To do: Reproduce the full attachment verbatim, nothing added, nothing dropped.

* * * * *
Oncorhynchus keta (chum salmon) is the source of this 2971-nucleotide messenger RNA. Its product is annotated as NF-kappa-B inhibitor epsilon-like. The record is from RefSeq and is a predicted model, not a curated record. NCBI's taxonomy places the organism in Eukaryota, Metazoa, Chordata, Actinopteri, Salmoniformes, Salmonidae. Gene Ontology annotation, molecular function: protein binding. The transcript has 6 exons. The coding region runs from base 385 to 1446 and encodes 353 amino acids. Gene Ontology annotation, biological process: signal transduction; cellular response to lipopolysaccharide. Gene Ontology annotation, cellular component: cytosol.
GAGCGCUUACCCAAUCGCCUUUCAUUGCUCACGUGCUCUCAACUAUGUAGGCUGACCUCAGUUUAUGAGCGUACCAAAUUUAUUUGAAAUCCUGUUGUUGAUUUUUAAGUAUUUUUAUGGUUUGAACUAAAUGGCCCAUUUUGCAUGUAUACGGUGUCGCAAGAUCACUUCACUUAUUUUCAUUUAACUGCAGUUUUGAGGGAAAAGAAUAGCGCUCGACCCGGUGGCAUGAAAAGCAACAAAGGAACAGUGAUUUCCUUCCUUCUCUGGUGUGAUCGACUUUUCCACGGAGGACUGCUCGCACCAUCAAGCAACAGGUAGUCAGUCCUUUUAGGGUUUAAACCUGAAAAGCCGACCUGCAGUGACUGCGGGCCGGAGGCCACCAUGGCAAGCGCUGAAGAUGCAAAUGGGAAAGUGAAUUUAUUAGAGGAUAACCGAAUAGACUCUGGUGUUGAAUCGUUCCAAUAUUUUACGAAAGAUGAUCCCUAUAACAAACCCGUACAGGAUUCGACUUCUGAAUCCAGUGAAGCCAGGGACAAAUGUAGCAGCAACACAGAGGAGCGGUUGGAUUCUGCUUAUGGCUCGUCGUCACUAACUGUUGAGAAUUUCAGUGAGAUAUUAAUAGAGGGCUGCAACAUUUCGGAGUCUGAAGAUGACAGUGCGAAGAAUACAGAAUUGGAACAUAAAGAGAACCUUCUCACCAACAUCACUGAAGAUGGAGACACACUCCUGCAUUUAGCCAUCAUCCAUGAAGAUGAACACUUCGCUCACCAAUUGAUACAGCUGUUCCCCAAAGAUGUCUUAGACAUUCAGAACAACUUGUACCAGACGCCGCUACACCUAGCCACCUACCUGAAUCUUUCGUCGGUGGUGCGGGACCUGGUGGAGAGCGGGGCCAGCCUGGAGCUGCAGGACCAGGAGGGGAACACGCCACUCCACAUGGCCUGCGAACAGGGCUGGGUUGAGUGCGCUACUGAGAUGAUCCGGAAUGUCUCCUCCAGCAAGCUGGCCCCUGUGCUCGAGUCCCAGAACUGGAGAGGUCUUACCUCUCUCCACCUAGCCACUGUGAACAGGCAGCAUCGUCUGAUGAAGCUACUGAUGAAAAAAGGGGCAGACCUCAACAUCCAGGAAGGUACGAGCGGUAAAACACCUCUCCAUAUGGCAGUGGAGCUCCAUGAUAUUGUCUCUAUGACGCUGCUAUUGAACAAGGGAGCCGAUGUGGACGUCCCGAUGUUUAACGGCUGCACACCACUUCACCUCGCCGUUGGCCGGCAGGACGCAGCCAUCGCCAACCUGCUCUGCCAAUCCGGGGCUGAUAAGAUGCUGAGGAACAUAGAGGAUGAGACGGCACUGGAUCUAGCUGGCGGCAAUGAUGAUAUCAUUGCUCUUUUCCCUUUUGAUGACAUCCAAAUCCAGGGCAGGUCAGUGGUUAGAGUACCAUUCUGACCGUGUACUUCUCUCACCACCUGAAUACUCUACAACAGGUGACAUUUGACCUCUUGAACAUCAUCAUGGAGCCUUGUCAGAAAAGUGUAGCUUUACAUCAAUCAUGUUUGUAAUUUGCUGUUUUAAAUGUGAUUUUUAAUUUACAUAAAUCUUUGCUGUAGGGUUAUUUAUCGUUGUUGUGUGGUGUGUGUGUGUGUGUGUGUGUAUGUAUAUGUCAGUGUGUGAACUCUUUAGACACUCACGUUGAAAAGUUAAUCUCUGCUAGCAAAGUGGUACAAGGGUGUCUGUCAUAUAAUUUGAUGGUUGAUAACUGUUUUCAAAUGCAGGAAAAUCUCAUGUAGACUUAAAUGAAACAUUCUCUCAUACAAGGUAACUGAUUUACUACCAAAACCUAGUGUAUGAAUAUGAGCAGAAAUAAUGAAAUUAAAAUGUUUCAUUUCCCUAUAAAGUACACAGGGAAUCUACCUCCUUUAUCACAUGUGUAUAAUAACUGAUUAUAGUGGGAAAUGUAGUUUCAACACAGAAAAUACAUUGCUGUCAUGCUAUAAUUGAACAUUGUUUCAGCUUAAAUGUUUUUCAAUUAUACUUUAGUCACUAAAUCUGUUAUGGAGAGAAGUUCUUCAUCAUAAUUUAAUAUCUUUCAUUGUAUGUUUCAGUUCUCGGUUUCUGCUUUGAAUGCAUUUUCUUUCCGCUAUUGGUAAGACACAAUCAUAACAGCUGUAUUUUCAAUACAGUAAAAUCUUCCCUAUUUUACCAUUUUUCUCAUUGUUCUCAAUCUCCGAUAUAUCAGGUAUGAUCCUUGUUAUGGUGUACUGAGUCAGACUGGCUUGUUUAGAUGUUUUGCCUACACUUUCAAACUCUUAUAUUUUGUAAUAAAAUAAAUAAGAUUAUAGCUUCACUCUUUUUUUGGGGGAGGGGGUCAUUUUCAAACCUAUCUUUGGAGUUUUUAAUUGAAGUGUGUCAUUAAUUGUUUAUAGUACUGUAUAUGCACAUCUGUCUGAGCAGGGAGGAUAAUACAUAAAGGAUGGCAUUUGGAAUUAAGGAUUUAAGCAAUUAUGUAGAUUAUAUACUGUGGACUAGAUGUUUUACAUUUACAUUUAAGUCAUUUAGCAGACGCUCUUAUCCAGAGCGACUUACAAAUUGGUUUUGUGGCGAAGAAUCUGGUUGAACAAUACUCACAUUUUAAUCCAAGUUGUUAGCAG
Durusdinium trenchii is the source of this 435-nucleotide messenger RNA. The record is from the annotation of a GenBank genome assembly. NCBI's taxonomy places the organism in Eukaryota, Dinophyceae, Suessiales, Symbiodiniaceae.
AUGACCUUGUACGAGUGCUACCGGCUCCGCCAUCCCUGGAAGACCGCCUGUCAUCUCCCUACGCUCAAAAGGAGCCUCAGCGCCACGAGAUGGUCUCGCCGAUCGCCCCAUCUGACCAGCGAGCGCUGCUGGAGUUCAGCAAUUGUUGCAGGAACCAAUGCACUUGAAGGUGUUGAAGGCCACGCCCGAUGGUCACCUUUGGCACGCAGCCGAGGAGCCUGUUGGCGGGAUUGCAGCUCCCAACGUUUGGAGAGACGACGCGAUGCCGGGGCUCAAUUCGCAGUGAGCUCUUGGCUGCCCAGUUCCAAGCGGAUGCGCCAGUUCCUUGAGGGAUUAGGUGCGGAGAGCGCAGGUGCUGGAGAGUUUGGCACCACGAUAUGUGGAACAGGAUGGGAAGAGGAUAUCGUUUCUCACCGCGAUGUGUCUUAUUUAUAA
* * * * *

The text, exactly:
Oncorhynchus keta (chum salmon) is the source of this 2971-nucleotide messenger RNA. Its product is annotated as NF-kappa-B inhibitor epsilon-like. The record is from RefSeq and is a predicted model, not a curated record. NCBI's taxonomy places the organism in Eukaryota, Metazoa, Chordata, Actinopteri, Salmoniformes, Salmonidae. Gene Ontology annotation, molecular function: protein binding. The transcript has 6 exons. The coding region runs from base 385 to 1446 and encodes 353 amino acids. Gene Ontology annotation, biological process: signal transduction; cellular response to lipopolysaccharide. Gene Ontology annotation, cellular component: cytosol.
GAGCGCUUACCCAAUCGCCUUUCAUUGCUCACGUGCUCUCAACUAUGUAGGCUGACCUCAGUUUAUGAGCGUACCAAAUUUAUUUGAAAUCCUGUUGUUGAUUUUUAAGUAUUUUUAUGGUUUGAACUAAAUGGCCCAUUUUGCAUGUAUACGGUGUCGCAAGAUCACUUCACUUAUUUUCAUUUAACUGCAGUUUUGAGGGAAAAGAAUAGCGCUCGACCCGGUGGCAUGAAAAGCAACAAAGGAACAGUGAUUUCCUUCCUUCUCUGGUGUGAUCGACUUUUCCACGGAGGACUGCUCGCACCAUCAAGCAACAGGUAGUCAGUCCUUUUAGGGUUUAAACCUGAAAAGCCGACCUGCAGUGACUGCGGGCCGGAGGCCACCAUGGCAAGCGCUGAAGAUGCAAAUGGGAAAGUGAAUUUAUUAGAGGAUAACCGAAUAGACUCUGGUGUUGAAUCGUUCCAAUAUUUUACGAAAGAUGAUCCCUAUAACAAACCCGUACAGGAUUCGACUUCUGAAUCCAGUGAAGCCAGGGACAAAUGUAGCAGCAACACAGAGGAGCGGUUGGAUUCUGCUUAUGGCUCGUCGUCACUAACUGUUGAGAAUUUCAGUGAGAUAUUAAUAGAGGGCUGCAACAUUUCGGAGUCUGAAGAUGACAGUGCGAAGAAUACAGAAUUGGAACAUAAAGAGAACCUUCUCACCAACAUCACUGAAGAUGGAGACACACUCCUGCAUUUAGCCAUCAUCCAUGAAGAUGAACACUUCGCUCACCAAUUGAUACAGCUGUUCCCCAAAGAUGUCUUAGACAUUCAGAACAACUUGUACCAGACGCCGCUACACCUAGCCACCUACCUGAAUCUUUCGUCGGUGGUGCGGGACCUGGUGGAGAGCGGGGCCAGCCUGGAGCUGCAGGACCAGGAGGGGAACACGCCACUCCACAUGGCCUGCGAACAGGGCUGGGUUGAGUGCGCUACUGAGAUGAUCCGGAAUGUCUCCUCCAGCAAGCUGGCCCCUGUGCUCGAGUCCCAGAACUGGAGAGGUCUUACCUCUCUCCACCUAGCCACUGUGAACAGGCAGCAUCGUCUGAUGAAGCUACUGAUGAAAAAAGGGGCAGACCUCAACAUCCAGGAAGGUACGAGCGGUAAAACACCUCUCCAUAUGGCAGUGGAGCUCCAUGAUAUUGUCUCUAUGACGCUGCUAUUGAACAAGGGAGCCGAUGUGGACGUCCCGAUGUUUAACGGCUGCACACCACUUCACCUCGCCGUUGGCCGGCAGGACGCAGCCAUCGCCAACCUGCUCUGCCAAUCCGGGGCUGAUAAGAUGCUGAGGAACAUAGAGGAUGAGACGGCACUGGAUCUAGCUGGCGGCAAUGAUGAUAUCAUUGCUCUUUUCCCUUUUGAUGACAUCCAAAUCCAGGGCAGGUCAGUGGUUAGAGUACCAUUCUGACCGUGUACUUCUCUCACCACCUGAAUACUCUACAACAGGUGACAUUUGACCUCUUGAACAUCAUCAUGGAGCCUUGUCAGAAAAGUGUAGCUUUACAUCAAUCAUGUUUGUAAUUUGCUGUUUUAAAUGUGAUUUUUAAUUUACAUAAAUCUUUGCUGUAGGGUUAUUUAUCGUUGUUGUGUGGUGUGUGUGUGUGUGUGUGUGUAUGUAUAUGUCAGUGUGUGAACUCUUUAGACACUCACGUUGAAAAGUUAAUCUCUGCUAGCAAAGUGGUACAAGGGUGUCUGUCAUAUAAUUUGAUGGUUGAUAACUGUUUUCAAAUGCAGGAAAAUCUCAUGUAGACUUAAAUGAAACAUUCUCUCAUACAAGGUAACUGAUUUACUACCAAAACCUAGUGUAUGAAUAUGAGCAGAAAUAAUGAAAUUAAAAUGUUUCAUUUCCCUAUAAAGUACACAGGGAAUCUACCUCCUUUAUCACAUGUGUAUAAUAACUGAUUAUAGUGGGAAAUGUAGUUUCAACACAGAAAAUACAUUGCUGUCAUGCUAUAAUUGAACAUUGUUUCAGCUUAAAUGUUUUUCAAUUAUACUUUAGUCACUAAAUCUGUUAUGGAGAGAAGUUCUUCAUCAUAAUUUAAUAUCUUUCAUUGUAUGUUUCAGUUCUCGGUUUCUGCUUUGAAUGCAUUUUCUUUCCGCUAUUGGUAAGACACAAUCAUAACAGCUGUAUUUUCAAUACAGUAAAAUCUUCCCUAUUUUACCAUUUUUCUCAUUGUUCUCAAUCUCCGAUAUAUCAGGUAUGAUCCUUGUUAUGGUGUACUGAGUCAGACUGGCUUGUUUAGAUGUUUUGCCUACACUUUCAAACUCUUAUAUUUUGUAAUAAAAUAAAUAAGAUUAUAGCUUCACUCUUUUUUUGGGGGAGGGGGUCAUUUUCAAACCUAUCUUUGGAGUUUUUAAUUGAAGUGUGUCAUUAAUUGUUUAUAGUACUGUAUAUGCACAUCUGUCUGAGCAGGGAGGAUAAUACAUAAAGGAUGGCAUUUGGAAUUAAGGAUUUAAGCAAUUAUGUAGAUUAUAUACUGUGGACUAGAUGUUUUACAUUUACAUUUAAGUCAUUUAGCAGACGCUCUUAUCCAGAGCGACUUACAAAUUGGUUUUGUGGCGAAGAAUCUGGUUGAACAAUACUCACAUUUUAAUCCAAGUUGUUAGCAG
Durusdinium trenchii is the source of this 435-nucleotide messenger RNA. The record is from the annotation of a GenBank genome assembly. NCBI's taxonomy places the organism in Eukaryota, Dinophyceae, Suessiales, Symbiodiniaceae.
AUGACCUUGUACGAGUGCUACCGGCUCCGCCAUCCCUGGAAGACCGCCUGUCAUCUCCCUACGCUCAAAAGGAGCCUCAGCGCCACGAGAUGGUCUCGCCGAUCGCCCCAUCUGACCAGCGAGCGCUGCUGGAGUUCAGCAAUUGUUGCAGGAACCAAUGCACUUGAAGGUGUUGAAGGCCACGCCCGAUGGUCACCUUUGGCACGCAGCCGAGGAGCCUGUUGGCGGGAUUGCAGCUCCCAACGUUUGGAGAGACGACGCGAUGCCGGGGCUCAAUUCGCAGUGAGCUCUUGGCUGCCCAGUUCCAAGCGGAUGCGCCAGUUCCUUGAGGGAUUAGGUGCGGAGAGCGCAGGUGCUGGAGAGUUUGGCACCACGAUAUGUGGAACAGGAUGGGAAGAGGAUAUCGUUUCUCACCGCGAUGUGUCUUAUUUAUAA